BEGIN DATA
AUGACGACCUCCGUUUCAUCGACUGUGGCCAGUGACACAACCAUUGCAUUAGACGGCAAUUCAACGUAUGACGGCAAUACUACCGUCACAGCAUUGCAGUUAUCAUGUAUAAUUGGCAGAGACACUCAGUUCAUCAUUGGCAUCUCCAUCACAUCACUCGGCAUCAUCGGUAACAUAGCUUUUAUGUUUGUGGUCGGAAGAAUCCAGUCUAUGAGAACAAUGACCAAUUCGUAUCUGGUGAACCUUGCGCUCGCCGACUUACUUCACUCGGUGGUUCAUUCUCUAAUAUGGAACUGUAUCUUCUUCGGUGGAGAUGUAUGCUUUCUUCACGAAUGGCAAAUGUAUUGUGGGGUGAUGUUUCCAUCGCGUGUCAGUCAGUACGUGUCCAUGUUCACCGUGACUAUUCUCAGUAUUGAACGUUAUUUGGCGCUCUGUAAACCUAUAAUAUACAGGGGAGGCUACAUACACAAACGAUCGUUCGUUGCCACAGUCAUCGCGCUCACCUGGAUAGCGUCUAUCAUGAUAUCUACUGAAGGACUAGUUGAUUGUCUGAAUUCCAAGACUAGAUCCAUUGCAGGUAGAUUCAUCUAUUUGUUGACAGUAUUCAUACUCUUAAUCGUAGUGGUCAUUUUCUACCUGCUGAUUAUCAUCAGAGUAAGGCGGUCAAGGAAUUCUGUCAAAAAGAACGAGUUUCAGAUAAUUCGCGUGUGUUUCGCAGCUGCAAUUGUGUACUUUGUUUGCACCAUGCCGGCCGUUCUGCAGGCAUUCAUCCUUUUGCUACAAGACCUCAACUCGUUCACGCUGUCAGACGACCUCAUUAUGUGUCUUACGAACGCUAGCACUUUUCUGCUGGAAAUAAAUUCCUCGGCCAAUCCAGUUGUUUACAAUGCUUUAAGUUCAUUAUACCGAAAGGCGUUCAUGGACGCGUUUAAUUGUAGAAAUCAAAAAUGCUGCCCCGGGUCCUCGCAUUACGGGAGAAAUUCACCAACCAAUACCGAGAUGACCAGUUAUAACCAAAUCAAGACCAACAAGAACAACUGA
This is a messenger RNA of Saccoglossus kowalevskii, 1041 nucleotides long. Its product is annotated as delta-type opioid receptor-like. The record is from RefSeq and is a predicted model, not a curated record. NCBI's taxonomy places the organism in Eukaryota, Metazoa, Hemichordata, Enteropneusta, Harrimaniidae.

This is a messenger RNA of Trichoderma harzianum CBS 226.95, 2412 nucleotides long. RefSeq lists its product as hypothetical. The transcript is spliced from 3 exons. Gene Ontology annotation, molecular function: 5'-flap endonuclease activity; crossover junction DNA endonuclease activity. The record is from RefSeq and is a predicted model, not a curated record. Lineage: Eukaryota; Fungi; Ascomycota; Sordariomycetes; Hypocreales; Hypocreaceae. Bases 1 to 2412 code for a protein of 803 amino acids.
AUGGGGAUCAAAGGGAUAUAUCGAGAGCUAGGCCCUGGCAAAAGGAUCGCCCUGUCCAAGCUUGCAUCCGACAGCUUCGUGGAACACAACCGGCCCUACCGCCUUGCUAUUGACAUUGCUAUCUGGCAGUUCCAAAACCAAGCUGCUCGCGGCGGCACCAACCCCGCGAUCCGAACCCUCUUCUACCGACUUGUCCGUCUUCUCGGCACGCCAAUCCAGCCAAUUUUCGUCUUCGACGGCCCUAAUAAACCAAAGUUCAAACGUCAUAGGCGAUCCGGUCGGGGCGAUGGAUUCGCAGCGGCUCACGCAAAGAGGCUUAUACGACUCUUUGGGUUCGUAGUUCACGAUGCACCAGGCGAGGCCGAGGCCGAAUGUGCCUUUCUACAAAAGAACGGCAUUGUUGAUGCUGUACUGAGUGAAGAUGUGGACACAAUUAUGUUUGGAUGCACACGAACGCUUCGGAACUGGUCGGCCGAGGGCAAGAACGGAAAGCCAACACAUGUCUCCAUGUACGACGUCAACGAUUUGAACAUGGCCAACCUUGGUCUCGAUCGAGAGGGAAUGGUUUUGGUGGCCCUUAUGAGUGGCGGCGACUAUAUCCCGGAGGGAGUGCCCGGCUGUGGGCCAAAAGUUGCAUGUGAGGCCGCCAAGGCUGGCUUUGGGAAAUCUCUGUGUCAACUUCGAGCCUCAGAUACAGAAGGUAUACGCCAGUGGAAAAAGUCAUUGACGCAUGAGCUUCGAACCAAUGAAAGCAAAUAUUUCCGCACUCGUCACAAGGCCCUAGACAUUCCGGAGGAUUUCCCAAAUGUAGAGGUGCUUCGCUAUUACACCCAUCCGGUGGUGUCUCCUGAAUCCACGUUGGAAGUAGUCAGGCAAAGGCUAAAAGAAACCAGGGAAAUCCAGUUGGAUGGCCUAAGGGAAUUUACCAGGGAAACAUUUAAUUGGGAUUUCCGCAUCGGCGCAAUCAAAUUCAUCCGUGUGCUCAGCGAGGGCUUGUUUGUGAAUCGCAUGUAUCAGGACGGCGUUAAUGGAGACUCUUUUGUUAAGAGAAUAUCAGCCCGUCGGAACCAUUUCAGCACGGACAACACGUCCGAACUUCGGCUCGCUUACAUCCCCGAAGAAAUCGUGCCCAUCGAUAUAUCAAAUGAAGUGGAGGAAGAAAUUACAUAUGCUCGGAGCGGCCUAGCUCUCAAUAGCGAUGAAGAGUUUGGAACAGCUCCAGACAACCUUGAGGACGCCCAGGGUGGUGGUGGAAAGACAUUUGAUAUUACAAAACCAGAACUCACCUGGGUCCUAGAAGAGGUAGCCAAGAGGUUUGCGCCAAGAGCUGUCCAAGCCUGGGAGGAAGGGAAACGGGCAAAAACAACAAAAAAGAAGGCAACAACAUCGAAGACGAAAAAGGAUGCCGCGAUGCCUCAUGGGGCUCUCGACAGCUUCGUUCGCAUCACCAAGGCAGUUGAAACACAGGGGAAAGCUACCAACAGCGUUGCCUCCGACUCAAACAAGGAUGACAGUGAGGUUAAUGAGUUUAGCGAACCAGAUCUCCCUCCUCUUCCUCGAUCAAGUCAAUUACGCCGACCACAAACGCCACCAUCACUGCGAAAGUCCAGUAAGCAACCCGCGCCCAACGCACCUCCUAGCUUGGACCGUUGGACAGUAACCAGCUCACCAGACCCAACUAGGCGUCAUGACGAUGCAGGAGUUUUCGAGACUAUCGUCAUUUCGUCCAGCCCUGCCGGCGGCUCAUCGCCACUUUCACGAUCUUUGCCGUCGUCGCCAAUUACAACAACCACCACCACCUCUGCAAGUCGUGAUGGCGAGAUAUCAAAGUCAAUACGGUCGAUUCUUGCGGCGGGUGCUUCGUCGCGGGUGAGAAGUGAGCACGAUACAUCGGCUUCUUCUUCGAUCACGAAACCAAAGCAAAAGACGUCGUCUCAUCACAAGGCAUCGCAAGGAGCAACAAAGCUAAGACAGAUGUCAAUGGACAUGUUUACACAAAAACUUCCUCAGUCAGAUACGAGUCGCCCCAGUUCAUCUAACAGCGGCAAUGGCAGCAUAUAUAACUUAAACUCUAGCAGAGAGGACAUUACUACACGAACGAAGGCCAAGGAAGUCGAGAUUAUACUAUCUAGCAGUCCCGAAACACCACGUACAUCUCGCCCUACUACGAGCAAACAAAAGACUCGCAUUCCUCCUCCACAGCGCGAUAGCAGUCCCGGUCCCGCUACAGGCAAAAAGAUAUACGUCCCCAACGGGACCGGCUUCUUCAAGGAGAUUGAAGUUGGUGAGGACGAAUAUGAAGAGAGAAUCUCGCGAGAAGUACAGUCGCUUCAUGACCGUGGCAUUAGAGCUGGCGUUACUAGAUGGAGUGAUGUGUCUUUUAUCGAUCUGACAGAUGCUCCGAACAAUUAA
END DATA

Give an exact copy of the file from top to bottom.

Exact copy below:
AUGACGACCUCCGUUUCAUCGACUGUGGCCAGUGACACAACCAUUGCAUUAGACGGCAAUUCAACGUAUGACGGCAAUACUACCGUCACAGCAUUGCAGUUAUCAUGUAUAAUUGGCAGAGACACUCAGUUCAUCAUUGGCAUCUCCAUCACAUCACUCGGCAUCAUCGGUAACAUAGCUUUUAUGUUUGUGGUCGGAAGAAUCCAGUCUAUGAGAACAAUGACCAAUUCGUAUCUGGUGAACCUUGCGCUCGCCGACUUACUUCACUCGGUGGUUCAUUCUCUAAUAUGGAACUGUAUCUUCUUCGGUGGAGAUGUAUGCUUUCUUCACGAAUGGCAAAUGUAUUGUGGGGUGAUGUUUCCAUCGCGUGUCAGUCAGUACGUGUCCAUGUUCACCGUGACUAUUCUCAGUAUUGAACGUUAUUUGGCGCUCUGUAAACCUAUAAUAUACAGGGGAGGCUACAUACACAAACGAUCGUUCGUUGCCACAGUCAUCGCGCUCACCUGGAUAGCGUCUAUCAUGAUAUCUACUGAAGGACUAGUUGAUUGUCUGAAUUCCAAGACUAGAUCCAUUGCAGGUAGAUUCAUCUAUUUGUUGACAGUAUUCAUACUCUUAAUCGUAGUGGUCAUUUUCUACCUGCUGAUUAUCAUCAGAGUAAGGCGGUCAAGGAAUUCUGUCAAAAAGAACGAGUUUCAGAUAAUUCGCGUGUGUUUCGCAGCUGCAAUUGUGUACUUUGUUUGCACCAUGCCGGCCGUUCUGCAGGCAUUCAUCCUUUUGCUACAAGACCUCAACUCGUUCACGCUGUCAGACGACCUCAUUAUGUGUCUUACGAACGCUAGCACUUUUCUGCUGGAAAUAAAUUCCUCGGCCAAUCCAGUUGUUUACAAUGCUUUAAGUUCAUUAUACCGAAAGGCGUUCAUGGACGCGUUUAAUUGUAGAAAUCAAAAAUGCUGCCCCGGGUCCUCGCAUUACGGGAGAAAUUCACCAACCAAUACCGAGAUGACCAGUUAUAACCAAAUCAAGACCAACAAGAACAACUGA
This is a messenger RNA of Saccoglossus kowalevskii, 1041 nucleotides long. Its product is annotated as delta-type opioid receptor-like. The record is from RefSeq and is a predicted model, not a curated record. NCBI's taxonomy places the organism in Eukaryota, Metazoa, Hemichordata, Enteropneusta, Harrimaniidae.

This is a messenger RNA of Trichoderma harzianum CBS 226.95, 2412 nucleotides long. RefSeq lists its product as hypothetical. The transcript is spliced from 3 exons. Gene Ontology annotation, molecular function: 5'-flap endonuclease activity; crossover junction DNA endonuclease activity. The record is from RefSeq and is a predicted model, not a curated record. Lineage: Eukaryota; Fungi; Ascomycota; Sordariomycetes; Hypocreales; Hypocreaceae. Bases 1 to 2412 code for a protein of 803 amino acids.
AUGGGGAUCAAAGGGAUAUAUCGAGAGCUAGGCCCUGGCAAAAGGAUCGCCCUGUCCAAGCUUGCAUCCGACAGCUUCGUGGAACACAACCGGCCCUACCGCCUUGCUAUUGACAUUGCUAUCUGGCAGUUCCAAAACCAAGCUGCUCGCGGCGGCACCAACCCCGCGAUCCGAACCCUCUUCUACCGACUUGUCCGUCUUCUCGGCACGCCAAUCCAGCCAAUUUUCGUCUUCGACGGCCCUAAUAAACCAAAGUUCAAACGUCAUAGGCGAUCCGGUCGGGGCGAUGGAUUCGCAGCGGCUCACGCAAAGAGGCUUAUACGACUCUUUGGGUUCGUAGUUCACGAUGCACCAGGCGAGGCCGAGGCCGAAUGUGCCUUUCUACAAAAGAACGGCAUUGUUGAUGCUGUACUGAGUGAAGAUGUGGACACAAUUAUGUUUGGAUGCACACGAACGCUUCGGAACUGGUCGGCCGAGGGCAAGAACGGAAAGCCAACACAUGUCUCCAUGUACGACGUCAACGAUUUGAACAUGGCCAACCUUGGUCUCGAUCGAGAGGGAAUGGUUUUGGUGGCCCUUAUGAGUGGCGGCGACUAUAUCCCGGAGGGAGUGCCCGGCUGUGGGCCAAAAGUUGCAUGUGAGGCCGCCAAGGCUGGCUUUGGGAAAUCUCUGUGUCAACUUCGAGCCUCAGAUACAGAAGGUAUACGCCAGUGGAAAAAGUCAUUGACGCAUGAGCUUCGAACCAAUGAAAGCAAAUAUUUCCGCACUCGUCACAAGGCCCUAGACAUUCCGGAGGAUUUCCCAAAUGUAGAGGUGCUUCGCUAUUACACCCAUCCGGUGGUGUCUCCUGAAUCCACGUUGGAAGUAGUCAGGCAAAGGCUAAAAGAAACCAGGGAAAUCCAGUUGGAUGGCCUAAGGGAAUUUACCAGGGAAACAUUUAAUUGGGAUUUCCGCAUCGGCGCAAUCAAAUUCAUCCGUGUGCUCAGCGAGGGCUUGUUUGUGAAUCGCAUGUAUCAGGACGGCGUUAAUGGAGACUCUUUUGUUAAGAGAAUAUCAGCCCGUCGGAACCAUUUCAGCACGGACAACACGUCCGAACUUCGGCUCGCUUACAUCCCCGAAGAAAUCGUGCCCAUCGAUAUAUCAAAUGAAGUGGAGGAAGAAAUUACAUAUGCUCGGAGCGGCCUAGCUCUCAAUAGCGAUGAAGAGUUUGGAACAGCUCCAGACAACCUUGAGGACGCCCAGGGUGGUGGUGGAAAGACAUUUGAUAUUACAAAACCAGAACUCACCUGGGUCCUAGAAGAGGUAGCCAAGAGGUUUGCGCCAAGAGCUGUCCAAGCCUGGGAGGAAGGGAAACGGGCAAAAACAACAAAAAAGAAGGCAACAACAUCGAAGACGAAAAAGGAUGCCGCGAUGCCUCAUGGGGCUCUCGACAGCUUCGUUCGCAUCACCAAGGCAGUUGAAACACAGGGGAAAGCUACCAACAGCGUUGCCUCCGACUCAAACAAGGAUGACAGUGAGGUUAAUGAGUUUAGCGAACCAGAUCUCCCUCCUCUUCCUCGAUCAAGUCAAUUACGCCGACCACAAACGCCACCAUCACUGCGAAAGUCCAGUAAGCAACCCGCGCCCAACGCACCUCCUAGCUUGGACCGUUGGACAGUAACCAGCUCACCAGACCCAACUAGGCGUCAUGACGAUGCAGGAGUUUUCGAGACUAUCGUCAUUUCGUCCAGCCCUGCCGGCGGCUCAUCGCCACUUUCACGAUCUUUGCCGUCGUCGCCAAUUACAACAACCACCACCACCUCUGCAAGUCGUGAUGGCGAGAUAUCAAAGUCAAUACGGUCGAUUCUUGCGGCGGGUGCUUCGUCGCGGGUGAGAAGUGAGCACGAUACAUCGGCUUCUUCUUCGAUCACGAAACCAAAGCAAAAGACGUCGUCUCAUCACAAGGCAUCGCAAGGAGCAACAAAGCUAAGACAGAUGUCAAUGGACAUGUUUACACAAAAACUUCCUCAGUCAGAUACGAGUCGCCCCAGUUCAUCUAACAGCGGCAAUGGCAGCAUAUAUAACUUAAACUCUAGCAGAGAGGACAUUACUACACGAACGAAGGCCAAGGAAGUCGAGAUUAUACUAUCUAGCAGUCCCGAAACACCACGUACAUCUCGCCCUACUACGAGCAAACAAAAGACUCGCAUUCCUCCUCCACAGCGCGAUAGCAGUCCCGGUCCCGCUACAGGCAAAAAGAUAUACGUCCCCAACGGGACCGGCUUCUUCAAGGAGAUUGAAGUUGGUGAGGACGAAUAUGAAGAGAGAAUCUCGCGAGAAGUACAGUCGCUUCAUGACCGUGGCAUUAGAGCUGGCGUUACUAGAUGGAGUGAUGUGUCUUUUAUCGAUCUGACAGAUGCUCCGAACAAUUAA